Preserving an Ecological Jewel

by Colleen Thompson
April 2018

An ad on the back page of my comic collection when I was a kid captivated my attention. For $1 you could buy a meat-eating plant that promised it would "devour insects 20 times its size!"

I was all in and desperately wanted one of these "coolest creatures on the planet." The Venus flytrap, as it turned out, had made its way to the African continent where I lived in Johannesburg -- 8,158 miles away from its natural habitat -- and I got my wish one birthday morning.

I didn't question where it came from. I liked the image I had conjured in my imagination: it had come from another planet altogether.

Little did I know in my grown-up life I would be waking up at 5 a.m. early one Saturday in Wilmington, North Carolina, heading out to the Green Swamp Preserve, an hour's drive away, and feeling just a little bit like that kid again in search of Venus flytraps. Only this time they would be in their wild, natural environment.

I convinced my 10-year-old son and husband it would be worth the very early rise before the sun became too hot. Lured with the promise of road-trip snacks, a swamp, and carnivorous bug-eating plants, we hit the road.

In 1977, Federal Paper Board Co. donated 13,850 acres to the North Carolina Nature Conservancy. A further 2,577 acres were acquired in 2004, and now an area of nearly 17,000 acres in Brunswick County forms a unique environment that the World Wildlife Fund has identified as one of the top 10 eco-regions in North America.

Outside the community of Supply, off N.C. 211, the entrance to a small parking lot marks the starting point of a 2-mile walking trail through the Green Swamp Preserve. The path winds through giant longleaf pine savannas, wildflowers, orchids and carnivorous plants.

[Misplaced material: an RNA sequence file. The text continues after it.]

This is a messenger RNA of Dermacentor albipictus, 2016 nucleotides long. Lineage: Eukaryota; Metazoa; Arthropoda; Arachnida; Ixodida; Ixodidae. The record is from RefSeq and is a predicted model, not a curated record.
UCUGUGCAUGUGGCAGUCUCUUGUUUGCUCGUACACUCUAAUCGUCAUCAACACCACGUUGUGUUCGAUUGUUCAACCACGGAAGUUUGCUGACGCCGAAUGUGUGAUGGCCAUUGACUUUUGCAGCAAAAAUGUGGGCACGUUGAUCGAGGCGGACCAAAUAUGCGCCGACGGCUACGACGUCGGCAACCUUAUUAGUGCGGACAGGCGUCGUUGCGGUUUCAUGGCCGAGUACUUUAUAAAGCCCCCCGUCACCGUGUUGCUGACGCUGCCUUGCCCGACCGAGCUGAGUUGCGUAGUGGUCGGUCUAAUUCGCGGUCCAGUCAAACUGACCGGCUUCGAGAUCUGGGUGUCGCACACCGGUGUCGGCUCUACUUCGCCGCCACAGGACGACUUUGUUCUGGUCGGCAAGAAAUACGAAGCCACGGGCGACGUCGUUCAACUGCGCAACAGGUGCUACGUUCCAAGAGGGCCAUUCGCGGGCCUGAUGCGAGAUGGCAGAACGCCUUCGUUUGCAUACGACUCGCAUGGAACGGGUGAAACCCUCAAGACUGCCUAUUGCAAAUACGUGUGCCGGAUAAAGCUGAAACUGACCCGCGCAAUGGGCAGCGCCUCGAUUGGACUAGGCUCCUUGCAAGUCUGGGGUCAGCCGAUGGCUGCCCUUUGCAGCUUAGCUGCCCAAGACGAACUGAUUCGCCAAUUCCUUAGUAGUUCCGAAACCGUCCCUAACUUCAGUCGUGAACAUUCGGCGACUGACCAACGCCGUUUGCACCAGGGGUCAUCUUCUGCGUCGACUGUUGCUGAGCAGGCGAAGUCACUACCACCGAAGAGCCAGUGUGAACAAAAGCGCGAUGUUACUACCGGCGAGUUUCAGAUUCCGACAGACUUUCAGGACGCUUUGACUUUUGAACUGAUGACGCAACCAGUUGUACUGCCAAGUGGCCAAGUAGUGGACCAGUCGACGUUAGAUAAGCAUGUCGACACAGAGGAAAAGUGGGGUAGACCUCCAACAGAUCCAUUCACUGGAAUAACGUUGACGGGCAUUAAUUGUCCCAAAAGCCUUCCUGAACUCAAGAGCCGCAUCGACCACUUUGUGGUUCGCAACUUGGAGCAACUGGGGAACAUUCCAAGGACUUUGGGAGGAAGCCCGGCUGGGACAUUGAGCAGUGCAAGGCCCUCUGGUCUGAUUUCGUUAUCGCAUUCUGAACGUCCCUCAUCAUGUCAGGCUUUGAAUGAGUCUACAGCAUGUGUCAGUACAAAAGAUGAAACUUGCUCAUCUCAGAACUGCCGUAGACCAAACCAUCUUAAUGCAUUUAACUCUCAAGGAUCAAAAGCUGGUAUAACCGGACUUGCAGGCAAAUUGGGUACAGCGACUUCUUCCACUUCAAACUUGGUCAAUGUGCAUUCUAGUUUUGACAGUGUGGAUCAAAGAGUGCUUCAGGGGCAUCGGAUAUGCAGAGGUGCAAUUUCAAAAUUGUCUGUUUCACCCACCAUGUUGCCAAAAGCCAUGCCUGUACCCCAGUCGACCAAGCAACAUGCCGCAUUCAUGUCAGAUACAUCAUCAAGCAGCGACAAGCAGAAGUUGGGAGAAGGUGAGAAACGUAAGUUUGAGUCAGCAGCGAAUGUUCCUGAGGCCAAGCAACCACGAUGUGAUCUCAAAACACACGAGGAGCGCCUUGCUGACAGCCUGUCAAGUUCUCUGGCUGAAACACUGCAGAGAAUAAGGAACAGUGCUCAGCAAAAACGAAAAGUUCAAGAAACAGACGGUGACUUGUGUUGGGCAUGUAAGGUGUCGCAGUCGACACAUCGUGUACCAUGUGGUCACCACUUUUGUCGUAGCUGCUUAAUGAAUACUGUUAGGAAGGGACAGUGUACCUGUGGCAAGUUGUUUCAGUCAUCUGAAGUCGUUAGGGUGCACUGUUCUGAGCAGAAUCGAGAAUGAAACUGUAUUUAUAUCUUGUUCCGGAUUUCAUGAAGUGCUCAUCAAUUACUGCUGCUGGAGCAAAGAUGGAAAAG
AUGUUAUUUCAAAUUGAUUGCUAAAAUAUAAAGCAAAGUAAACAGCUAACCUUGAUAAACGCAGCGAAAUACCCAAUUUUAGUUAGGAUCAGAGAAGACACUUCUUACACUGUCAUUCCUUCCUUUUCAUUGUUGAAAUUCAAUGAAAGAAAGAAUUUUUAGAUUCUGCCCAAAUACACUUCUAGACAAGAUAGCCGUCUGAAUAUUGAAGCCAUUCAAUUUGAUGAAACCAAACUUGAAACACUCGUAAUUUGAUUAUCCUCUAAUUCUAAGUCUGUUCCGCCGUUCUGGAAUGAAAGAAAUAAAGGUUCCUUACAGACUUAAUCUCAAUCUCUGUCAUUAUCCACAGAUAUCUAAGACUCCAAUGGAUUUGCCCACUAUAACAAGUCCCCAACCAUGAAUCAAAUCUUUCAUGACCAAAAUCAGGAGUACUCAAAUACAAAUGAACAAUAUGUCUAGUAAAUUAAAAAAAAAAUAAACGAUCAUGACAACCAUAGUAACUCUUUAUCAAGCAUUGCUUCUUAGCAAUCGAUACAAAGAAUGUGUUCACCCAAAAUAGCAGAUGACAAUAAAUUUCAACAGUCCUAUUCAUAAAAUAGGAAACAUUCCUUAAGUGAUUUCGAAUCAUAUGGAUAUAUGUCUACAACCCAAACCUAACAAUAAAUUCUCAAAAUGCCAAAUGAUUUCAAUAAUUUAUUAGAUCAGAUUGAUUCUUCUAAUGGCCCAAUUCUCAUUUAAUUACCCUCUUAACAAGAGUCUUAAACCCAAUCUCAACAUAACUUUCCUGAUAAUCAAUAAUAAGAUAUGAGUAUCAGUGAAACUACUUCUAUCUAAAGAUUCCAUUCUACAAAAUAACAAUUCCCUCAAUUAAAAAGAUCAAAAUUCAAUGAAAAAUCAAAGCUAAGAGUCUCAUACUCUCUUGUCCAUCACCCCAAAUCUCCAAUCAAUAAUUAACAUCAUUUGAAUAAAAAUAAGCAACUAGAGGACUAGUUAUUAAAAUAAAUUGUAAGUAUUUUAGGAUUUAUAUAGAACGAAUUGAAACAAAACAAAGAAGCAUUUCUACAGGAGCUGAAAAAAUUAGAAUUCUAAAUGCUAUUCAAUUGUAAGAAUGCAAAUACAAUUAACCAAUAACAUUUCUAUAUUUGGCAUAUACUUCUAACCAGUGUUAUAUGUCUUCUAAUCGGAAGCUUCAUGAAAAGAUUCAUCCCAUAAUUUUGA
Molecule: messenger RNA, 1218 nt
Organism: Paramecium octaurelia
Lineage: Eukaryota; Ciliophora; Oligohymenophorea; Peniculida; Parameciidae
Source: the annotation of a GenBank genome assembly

After a few minutes figuring out the direction of the trail, we set off down our own yellow brick road of sorts, following a narrow path through wispy wiregrass and an early-morning mist that added to the enchantment.

"Looks like hobbit habitat," my son observed.

"You never know, there may be all kinds of creatures living here we know nothing about," I replied.

We kept walking, keeping an eye out for the small, red diamond shapes painted on wooden posts that marked the trail. The sound of the Saturday morning traffic from the highway slowly faded away.

The name "Green Swamp" is a little misleading. There's no permanent black water or cypress trees. Instead, some 13,000 acres are pocosins.

The word pocosin comes from the Native American Algonquian language and means "swamp on a hill." Essentially, it's a wetland bog with sandy peat and woody shrubs. They form over hundreds of years as leaves, pine needles and sticks saturated with water slowly decay to form peat. The peat becomes a giant sponge that absorbs water from rainfall and then slowly releases the water to form a bog.

It is on the edges of these pocosins that the magic happens.

An elevated, slippery wooden walkway led us under a canopy of trees and shrubs like gallberry, titi and sweetbay -- all rooted in a sink of mud and water. The warm air, thick, heavy and vegetal, added to the feeling that we had stumbled into an enchanted place the likes of which we had never seen before.